This blog was originally posted on 11 September 2013 on blogs.arm.com
Following on from the UEFI 64-bit announcement, I like to announce the release of the ARM® Architecture Reference Manual (commonly known as the ARM ARM) for ARMv8-A. This is a significant event that has important implications for the software community. It enables the software eco-system to develop openly for 64-bit ARM applications, compilers, boot firmware and Operating Systems. I believe this will add impetus to the ARM ecosystem, through 64-bit software support, to continue the increasing momentum evident in the many servers & high performance computing, networking and general computing (including mobile and embedded) developments based on the ARMv8-A architecture.
Why develop ARMv8-A?
We started developing ARMv8-A over six years ago as an R&D project, with a major increase in effort in 2009. Technology trends and growing needs for larger memory footprints made it obvious that ARM would need a 64-bit solution; it was only a matter of time… This in turn created interest in new markets for ARM. For example, some server class Operating Systems declared that they were going to be 64-bit only.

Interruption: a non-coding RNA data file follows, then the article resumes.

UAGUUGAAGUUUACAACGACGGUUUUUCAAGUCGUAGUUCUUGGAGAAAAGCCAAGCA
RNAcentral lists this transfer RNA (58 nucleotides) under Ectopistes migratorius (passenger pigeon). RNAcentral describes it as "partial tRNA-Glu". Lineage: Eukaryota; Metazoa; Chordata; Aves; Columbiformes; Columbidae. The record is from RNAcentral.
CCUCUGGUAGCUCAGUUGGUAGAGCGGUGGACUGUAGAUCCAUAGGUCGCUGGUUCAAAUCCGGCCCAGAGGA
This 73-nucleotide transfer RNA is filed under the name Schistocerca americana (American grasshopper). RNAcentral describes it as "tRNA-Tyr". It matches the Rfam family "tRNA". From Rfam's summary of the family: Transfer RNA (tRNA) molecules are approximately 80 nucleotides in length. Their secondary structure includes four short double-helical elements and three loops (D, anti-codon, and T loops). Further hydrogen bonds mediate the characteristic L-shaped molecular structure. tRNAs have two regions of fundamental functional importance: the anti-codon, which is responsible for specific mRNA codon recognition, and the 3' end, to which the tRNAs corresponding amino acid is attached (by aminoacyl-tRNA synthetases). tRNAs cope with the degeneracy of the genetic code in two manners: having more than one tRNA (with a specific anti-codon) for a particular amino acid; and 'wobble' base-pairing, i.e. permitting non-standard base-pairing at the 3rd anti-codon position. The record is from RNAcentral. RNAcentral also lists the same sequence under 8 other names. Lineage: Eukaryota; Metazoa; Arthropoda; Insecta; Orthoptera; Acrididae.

What does the latest ARM ARM include?
It describes the registers, instructions, instruction encodings, exception model, virtual memory model (including cache support) and memory management, as well as the debug architecture. At a high level, ARMv8-A describes both a 32-bit and 64-bit architecture, respectively called AArch32 and AArch64.
- AArch32 is the ARMv8-A 32-bit execution state, that uses 32-bit general purpose registers, a 32-bit program counter (PC), stack pointer (SP), and link register (LR). AArch32 execution state provides a choice of two instruction sets, A32 (ARM) and T32 (Thumb2). Operation in AArch32 state is compatible with ARMv7-A operation.
- AArch64 the ARMv8-A 64-bit execution state, that uses 64-bit general purpose registers, and a 64-bit program counter (PC), stack pointer (SP), and exception link registers (ELR). AArch64 execution state provides a single instruction set, A64.
I strongly recommend if you are interested in porting and developing software for ARM application processors that you get hold of the ARM ARM for ARMv8-A and download an ARM Foundation Model. The ARM Foundation Model is a software platform to start early development – this snippet below is taken from the ARM web site:
- The ARMv8 Foundation Model is a virtual platform incorporating an AArch64 architecture simulation model along with essential peripherals for running a Linux operating system. Multicore is configurable out-of-the-box, along with 4GB memory of simulation memory, persistent storage, and networking and basic instruction trace.
- Debug is via a GDB connection to a server running on the platform. The host platform support is 64-bit Linux.
How to obtain the ARMv8-A Reference Manual?
Go to ARM Infocenter and navigate through ARM architecture / Reference Manuals
The ARM ARM for ARMv8-A is now publicly released. It allows the software community to openly develop 64-bit ARM software. This is a significant event for the entire ARM eco-system.
Note: Information previously published in an AArch64 Instruction set Overview document is included in the new manual.